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Brotherly love - and competition

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  • (L-R): Alan's father Jason Hanna, Alan Hanna and Maize High jumps coach Jared Handy. (Photo: Zoey Franklin)
    (L-R): Alan's father Jason Hanna, Alan Hanna and Maize High jumps coach Jared Handy. (Photo: Zoey Franklin)

Special to Kansas Pregame

Brotherly love prevails here in the Hanna household, but make no mistake. Competition between Jacob and younger brother Alan fuels an inferno that can be seen for miles.

“As a brother, he's the closest to age to me so I think I can relate to him,” Alan said. “It’s like that older brother/younger brother relationship where I can say yeah I’m better than you and we can go outside and play it out.”

“As a brother, he's real chill,” Jacob said. “We can talk trash to each other about sports and what not, but we both support each other and like a lot of the same things. Whenever we work out together, we try to push each other. That’s my guy.”

The Hanna Brothers were both champions in high jump for their respective conference meets last month. Alan also won regionals and state to put an exclamation point on his junior campaign at Maize High.

“I still have that winning high right now, it feels unreal,” Alan said after winning 6A with a 6-10 clearance at Wichita State’s Cessna Stadium. 

Manhattan High jumper Aaron Newcomer made things interesting, though.

“Newcomer had just made 6-8 on his third attempt so I was thinking I have to get this big,” Alan said. “I had about two inches of clearance and I was so excited because I had just won.”

Jacob received a text moments later.

“Just happy to see his success. I know how hard he works and does rehab and basketball and school on top of it,” he said. “Feels good to end up on top after it all.”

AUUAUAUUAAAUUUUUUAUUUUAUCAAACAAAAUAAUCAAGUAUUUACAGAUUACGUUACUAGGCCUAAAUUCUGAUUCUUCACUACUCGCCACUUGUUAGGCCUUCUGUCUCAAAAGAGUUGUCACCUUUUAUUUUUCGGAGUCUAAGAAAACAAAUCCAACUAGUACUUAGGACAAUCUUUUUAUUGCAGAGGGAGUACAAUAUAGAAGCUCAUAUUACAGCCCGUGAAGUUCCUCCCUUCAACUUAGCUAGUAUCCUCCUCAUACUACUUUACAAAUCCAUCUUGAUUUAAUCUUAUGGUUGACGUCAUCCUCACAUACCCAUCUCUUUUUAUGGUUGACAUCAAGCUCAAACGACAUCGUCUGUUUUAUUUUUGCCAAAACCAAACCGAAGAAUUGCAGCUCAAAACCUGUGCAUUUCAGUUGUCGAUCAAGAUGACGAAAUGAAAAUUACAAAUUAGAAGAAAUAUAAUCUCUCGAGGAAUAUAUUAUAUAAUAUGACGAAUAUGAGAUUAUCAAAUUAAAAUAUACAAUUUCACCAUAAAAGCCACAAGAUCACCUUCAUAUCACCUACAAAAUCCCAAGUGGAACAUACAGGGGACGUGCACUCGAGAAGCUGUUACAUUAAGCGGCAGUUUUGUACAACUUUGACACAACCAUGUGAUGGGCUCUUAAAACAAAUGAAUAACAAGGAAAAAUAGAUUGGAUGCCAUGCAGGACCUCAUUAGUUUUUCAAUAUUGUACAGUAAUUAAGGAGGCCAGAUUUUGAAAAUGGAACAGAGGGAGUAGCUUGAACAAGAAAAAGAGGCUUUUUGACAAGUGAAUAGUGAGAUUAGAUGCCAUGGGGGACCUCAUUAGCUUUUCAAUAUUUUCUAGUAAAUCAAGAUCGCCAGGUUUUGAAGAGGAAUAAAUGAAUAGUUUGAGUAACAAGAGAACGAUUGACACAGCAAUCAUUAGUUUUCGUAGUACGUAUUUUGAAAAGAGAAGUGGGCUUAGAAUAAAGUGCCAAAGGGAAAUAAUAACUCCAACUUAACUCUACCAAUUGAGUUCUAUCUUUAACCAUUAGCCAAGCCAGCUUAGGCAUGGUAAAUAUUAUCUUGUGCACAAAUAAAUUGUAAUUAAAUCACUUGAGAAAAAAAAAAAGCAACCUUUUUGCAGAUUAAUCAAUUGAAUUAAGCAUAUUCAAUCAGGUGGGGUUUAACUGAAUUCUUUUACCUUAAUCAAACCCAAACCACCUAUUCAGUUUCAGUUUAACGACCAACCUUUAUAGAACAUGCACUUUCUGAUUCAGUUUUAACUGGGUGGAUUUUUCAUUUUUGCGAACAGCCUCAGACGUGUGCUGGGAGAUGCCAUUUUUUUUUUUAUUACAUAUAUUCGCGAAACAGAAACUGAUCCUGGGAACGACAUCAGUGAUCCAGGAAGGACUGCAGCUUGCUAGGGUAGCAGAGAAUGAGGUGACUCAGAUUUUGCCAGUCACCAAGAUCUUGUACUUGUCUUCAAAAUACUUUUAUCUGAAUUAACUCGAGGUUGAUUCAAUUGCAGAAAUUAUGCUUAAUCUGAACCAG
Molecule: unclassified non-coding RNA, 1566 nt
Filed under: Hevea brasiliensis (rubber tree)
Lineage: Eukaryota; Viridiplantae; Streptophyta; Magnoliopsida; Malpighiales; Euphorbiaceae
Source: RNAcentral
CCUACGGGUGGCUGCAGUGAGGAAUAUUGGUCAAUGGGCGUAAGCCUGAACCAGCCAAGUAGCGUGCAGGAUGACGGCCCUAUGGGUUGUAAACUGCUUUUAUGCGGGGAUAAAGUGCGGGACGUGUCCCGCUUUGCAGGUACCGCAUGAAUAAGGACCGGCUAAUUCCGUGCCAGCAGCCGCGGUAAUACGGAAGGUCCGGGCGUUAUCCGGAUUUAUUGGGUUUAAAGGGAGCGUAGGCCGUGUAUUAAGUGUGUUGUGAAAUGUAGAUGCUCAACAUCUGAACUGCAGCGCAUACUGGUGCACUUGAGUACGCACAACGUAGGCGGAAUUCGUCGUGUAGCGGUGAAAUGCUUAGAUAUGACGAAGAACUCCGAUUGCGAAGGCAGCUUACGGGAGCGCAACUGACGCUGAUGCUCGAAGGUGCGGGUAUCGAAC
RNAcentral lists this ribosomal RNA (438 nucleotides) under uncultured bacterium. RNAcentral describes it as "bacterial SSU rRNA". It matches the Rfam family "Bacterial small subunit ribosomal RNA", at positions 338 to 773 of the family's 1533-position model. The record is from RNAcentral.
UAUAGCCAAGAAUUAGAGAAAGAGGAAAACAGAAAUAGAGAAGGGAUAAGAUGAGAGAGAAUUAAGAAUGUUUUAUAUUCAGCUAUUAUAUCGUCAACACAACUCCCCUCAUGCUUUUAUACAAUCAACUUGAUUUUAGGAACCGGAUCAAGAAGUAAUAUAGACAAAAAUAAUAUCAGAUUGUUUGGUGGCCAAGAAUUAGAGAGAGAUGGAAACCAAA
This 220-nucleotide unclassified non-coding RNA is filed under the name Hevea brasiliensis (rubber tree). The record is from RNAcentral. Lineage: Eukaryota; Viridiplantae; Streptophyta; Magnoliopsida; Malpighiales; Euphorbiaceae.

Alan’s junior year was capped in a matter of two weeks by jumping 7-foot at league and his gold at state.

“This year has definitely been my best year so far with making 7-feet and winning state,” Alan said.

Jacob, who just completed his junior year at DII Illinois-Springfield, also bagged a conference high jump gold in the Great Lakes Valley Conference meet when he cleared 6-7.

He also doubled in basketball for the Prairie Stars.

“My freshman year was definitely an adjustment, I didn't play as much basketball and I didn’t jump,” he said. “My sophomore year I started every game and we won the most games in DII school history with 19 wins and was on the all-defensive team. I came back to high jump but ended up fourth at the conference meet. This year I had my best year personally averaged 15 (points) and 7 (rebounds), second team all-conference, all-defensive team again and we won 18 games. I had the best hj mark in the conference and finished winning it this year so it was a success.”

He’s returned to Kansas for his final year of college as he transferred to Washburn.

“Washburn has been building something special in talent and people,” Jacob said. “After going on a visit it was an easy choice. And it means closer to family, more support and being around more familiar friends and places. Im excited for hopefully a successful year.”

“We’re excited for him to get here,” Washburn incoming sophomore Tyson Ruud, a 7-foot high jumper at Basehor-Linwood and now playing basketball for the Ichabods, said. “His athleticism and competitiveness should really complement the way we play. Good guy too.”

“As a basketball player, he is the most competitive, like he's always in the gym always getting better,” Alan said. “You can't say nothing around him or else he's gonna take it to heart and use that to fuel himself.”

He has one year of eligibility at Washburn. The Ichabods, he said, are getting a winner.

“I do whatever it takes to win and get the job done whatever the situation,” he said.

The 6-foot-3, 181-pound elder Hanna has reminded his younger brother what he accomplished as a senior at Maize. 

“I won (state) in high jump, 300 hurdles and state basketball my senior year,” he said. “So we'll see if he can end up with more than three in his last year at Maize, hoping he can.”

“Football and basketball both lost in sub-state championship,” Alan said of Maize’s run this past year. “Very good year for both. We were rebuilding off of last year in football getting second in state but all around great year.”

But the respect each has for the other is as clear as ever. It’s as smooth as their escalation over the high jump bar.

“As a jumper, he's dedicated and competitive. He keeps it fun and laid back and doesn't let all the hype get to his head or anything,” Jacob said. “He's just trying to win and take care of business.”

“He's the one I look up to like that stepping stone he put down for  me and my brothers and sister before him,” Alan said. “All of them helped me get to where I’m at. He’s just really that one person I always want to beat all the time.”